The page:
• Tobacco users: An additional 35 mg per day

In some cases, healthcare professionals may recommend greater than the RDA.

Can you take too much vitamin C?

The tolerable upper intake level (UL) for vitamin C is 2,000 mg for adults, but this does not mean that everyone can safely consume this amount. Higher dose intakes of nutrients should not be done without medical supervision.

Who would benefit from taking a vitamin C supplement?

Vitamin C is found in many foods, so while deficiency is not common, inadequate intake is more likely when specific factors are present, such as:

  • Decreased intake of fruits and vegetables
  • Gastrointestinal conditions
  • Restricted diets from food allergies or sensitivities
  • Tobacco use
  • Certain medications
  • Older age

There are other reasons why you may not be getting enough or why you may benefit from more vitamin C. Your healthcare provider can discuss the best way to support your nutritional needs.

Who would not benefit from a vitamin C supplement?

If you eat a diet that is rich in vitamin C foods, with several servings of fruits and vegetables each day, you may not need additional vitamin C. This may be true if you eat a diverse diet and also take a multivitamin that contains vitamin C. In this case, a vitamin C supplement is unlikely to cause harm, but may not produce additional benefits if you already consume a lot of vitamin C from foods.

When to take vitamin C

You can take vitamin C at any time of the day. If you already take other supplements, or take other medications, ask your doctor when it’s best to take your vitamin C.

Best way to take vitamin c for absorption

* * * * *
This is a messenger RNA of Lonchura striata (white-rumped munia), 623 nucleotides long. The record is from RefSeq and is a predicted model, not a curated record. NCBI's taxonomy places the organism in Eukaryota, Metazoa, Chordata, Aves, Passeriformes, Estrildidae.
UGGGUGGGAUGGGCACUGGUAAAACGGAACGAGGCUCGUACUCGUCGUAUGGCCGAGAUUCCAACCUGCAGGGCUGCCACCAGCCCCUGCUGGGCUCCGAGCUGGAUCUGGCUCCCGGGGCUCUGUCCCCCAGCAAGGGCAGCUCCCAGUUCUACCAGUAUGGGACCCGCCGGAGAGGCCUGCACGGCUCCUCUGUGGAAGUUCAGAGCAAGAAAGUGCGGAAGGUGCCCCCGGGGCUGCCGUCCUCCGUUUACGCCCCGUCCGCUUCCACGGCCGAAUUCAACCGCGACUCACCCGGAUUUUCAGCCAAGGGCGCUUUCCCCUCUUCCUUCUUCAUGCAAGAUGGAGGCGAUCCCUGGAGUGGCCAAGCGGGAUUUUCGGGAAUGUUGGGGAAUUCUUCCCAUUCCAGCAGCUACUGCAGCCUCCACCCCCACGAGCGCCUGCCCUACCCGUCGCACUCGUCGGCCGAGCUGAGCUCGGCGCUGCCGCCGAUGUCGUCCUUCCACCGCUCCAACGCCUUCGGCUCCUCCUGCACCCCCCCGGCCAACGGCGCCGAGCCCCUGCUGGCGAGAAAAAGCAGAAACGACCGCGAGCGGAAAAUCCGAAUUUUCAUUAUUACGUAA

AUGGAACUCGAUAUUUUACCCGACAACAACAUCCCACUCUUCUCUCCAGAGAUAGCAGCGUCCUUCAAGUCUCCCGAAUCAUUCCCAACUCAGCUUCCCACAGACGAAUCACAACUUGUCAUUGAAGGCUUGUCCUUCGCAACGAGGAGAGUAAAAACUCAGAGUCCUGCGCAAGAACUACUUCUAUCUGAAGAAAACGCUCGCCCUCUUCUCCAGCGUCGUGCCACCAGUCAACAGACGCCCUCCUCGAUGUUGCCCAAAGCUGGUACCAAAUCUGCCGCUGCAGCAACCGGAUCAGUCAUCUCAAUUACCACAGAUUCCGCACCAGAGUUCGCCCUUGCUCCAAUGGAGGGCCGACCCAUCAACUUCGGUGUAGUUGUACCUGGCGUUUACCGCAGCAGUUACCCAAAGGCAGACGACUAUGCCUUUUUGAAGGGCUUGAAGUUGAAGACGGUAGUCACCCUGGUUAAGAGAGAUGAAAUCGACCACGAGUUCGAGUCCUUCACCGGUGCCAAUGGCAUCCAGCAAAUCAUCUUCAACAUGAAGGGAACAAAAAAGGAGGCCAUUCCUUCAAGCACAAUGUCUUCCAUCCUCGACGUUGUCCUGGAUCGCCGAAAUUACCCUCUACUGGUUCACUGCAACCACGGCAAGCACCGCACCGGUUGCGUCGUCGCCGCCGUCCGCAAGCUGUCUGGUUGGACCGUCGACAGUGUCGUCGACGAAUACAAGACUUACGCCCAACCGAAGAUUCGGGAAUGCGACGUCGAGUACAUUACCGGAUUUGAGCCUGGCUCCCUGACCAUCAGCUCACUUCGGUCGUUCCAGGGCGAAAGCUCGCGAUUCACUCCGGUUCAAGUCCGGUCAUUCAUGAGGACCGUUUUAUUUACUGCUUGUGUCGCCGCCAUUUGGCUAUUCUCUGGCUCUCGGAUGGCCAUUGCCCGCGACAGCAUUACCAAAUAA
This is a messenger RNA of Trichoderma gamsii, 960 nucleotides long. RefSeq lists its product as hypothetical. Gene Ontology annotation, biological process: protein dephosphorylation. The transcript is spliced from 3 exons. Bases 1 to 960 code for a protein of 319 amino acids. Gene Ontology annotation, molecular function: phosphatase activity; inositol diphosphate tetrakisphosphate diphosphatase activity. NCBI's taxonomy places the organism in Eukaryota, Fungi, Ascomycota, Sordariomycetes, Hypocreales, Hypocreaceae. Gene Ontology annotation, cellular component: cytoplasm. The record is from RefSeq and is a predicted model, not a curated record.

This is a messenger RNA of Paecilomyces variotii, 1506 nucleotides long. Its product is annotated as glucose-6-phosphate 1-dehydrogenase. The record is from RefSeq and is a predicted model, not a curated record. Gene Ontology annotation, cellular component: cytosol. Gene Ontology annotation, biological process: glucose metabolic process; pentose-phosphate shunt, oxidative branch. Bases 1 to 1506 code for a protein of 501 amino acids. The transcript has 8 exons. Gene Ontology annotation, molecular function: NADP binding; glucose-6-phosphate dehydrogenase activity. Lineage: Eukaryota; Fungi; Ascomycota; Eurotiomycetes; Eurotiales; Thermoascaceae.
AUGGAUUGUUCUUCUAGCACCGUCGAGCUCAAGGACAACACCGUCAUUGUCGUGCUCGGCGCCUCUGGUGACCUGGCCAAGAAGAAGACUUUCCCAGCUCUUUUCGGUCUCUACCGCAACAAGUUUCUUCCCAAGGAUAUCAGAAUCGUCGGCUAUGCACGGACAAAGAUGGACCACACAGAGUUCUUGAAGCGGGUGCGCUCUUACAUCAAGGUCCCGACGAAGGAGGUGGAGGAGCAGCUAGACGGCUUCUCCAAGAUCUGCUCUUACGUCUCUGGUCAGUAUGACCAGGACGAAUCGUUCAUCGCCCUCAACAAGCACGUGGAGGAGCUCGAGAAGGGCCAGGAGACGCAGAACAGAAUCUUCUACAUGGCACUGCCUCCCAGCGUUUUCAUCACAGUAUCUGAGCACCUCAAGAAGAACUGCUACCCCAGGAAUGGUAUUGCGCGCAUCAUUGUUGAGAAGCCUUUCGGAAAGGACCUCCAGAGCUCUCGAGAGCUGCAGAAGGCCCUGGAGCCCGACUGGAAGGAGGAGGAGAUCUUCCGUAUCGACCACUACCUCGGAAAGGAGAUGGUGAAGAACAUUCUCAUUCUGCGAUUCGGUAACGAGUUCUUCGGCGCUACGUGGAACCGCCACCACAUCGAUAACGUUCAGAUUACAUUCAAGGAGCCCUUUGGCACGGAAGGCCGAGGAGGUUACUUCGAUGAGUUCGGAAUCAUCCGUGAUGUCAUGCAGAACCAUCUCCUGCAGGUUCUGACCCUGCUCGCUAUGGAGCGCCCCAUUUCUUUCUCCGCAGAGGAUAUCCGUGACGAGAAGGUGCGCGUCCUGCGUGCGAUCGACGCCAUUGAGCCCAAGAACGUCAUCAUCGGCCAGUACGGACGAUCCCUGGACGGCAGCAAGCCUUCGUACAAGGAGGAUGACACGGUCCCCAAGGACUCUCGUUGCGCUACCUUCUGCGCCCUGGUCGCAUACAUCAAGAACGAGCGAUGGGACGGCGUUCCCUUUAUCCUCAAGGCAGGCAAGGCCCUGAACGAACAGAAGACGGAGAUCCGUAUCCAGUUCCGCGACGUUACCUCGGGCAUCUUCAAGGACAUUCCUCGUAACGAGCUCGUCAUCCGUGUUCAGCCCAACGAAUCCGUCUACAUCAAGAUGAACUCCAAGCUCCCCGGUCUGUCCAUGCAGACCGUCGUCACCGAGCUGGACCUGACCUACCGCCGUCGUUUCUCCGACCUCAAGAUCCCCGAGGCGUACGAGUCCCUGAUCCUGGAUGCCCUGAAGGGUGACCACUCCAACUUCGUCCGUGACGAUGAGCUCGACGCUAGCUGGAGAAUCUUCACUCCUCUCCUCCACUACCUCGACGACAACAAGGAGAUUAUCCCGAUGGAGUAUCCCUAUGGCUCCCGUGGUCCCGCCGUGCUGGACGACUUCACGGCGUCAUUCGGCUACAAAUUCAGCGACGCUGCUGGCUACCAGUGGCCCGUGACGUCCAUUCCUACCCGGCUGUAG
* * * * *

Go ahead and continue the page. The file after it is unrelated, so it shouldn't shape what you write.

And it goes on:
Vitamin C supplements usually absorb best when taken with a meal. Follow the instructions on your supplement and take as directed by your healthcare provider.

Possible side effects and contraindications

Vitamin C is considered to have low toxicity, but can still lead to gastrointestinal upset like nausea, diarrhea, and cramping. When consumed in higher amounts, it may lead to fatigue, lethargy, vomiting, or headaches, though this is more common from intravenous (IV) vitamin C than oral dietary supplements.People who have certain health conditions may need to avoid vitamin C supplements, especially at higher doses above the upper limit.

The Bottom Line

Vitamin C is an important nutrient for many aspects of wellness. From a healthy immune system to improving non-heme iron absorption, vitamin C is a vital antioxidant that the body can’t make. Vitamin C is found in many foods, and as a supplement, is available in many forms. Liposomal vitamin C and vitamin C with flavonoids are high-quality, well-absorbed supplements, but your medical provider can advise you on how much vitamin C you should take each day and the best form to meet your needs.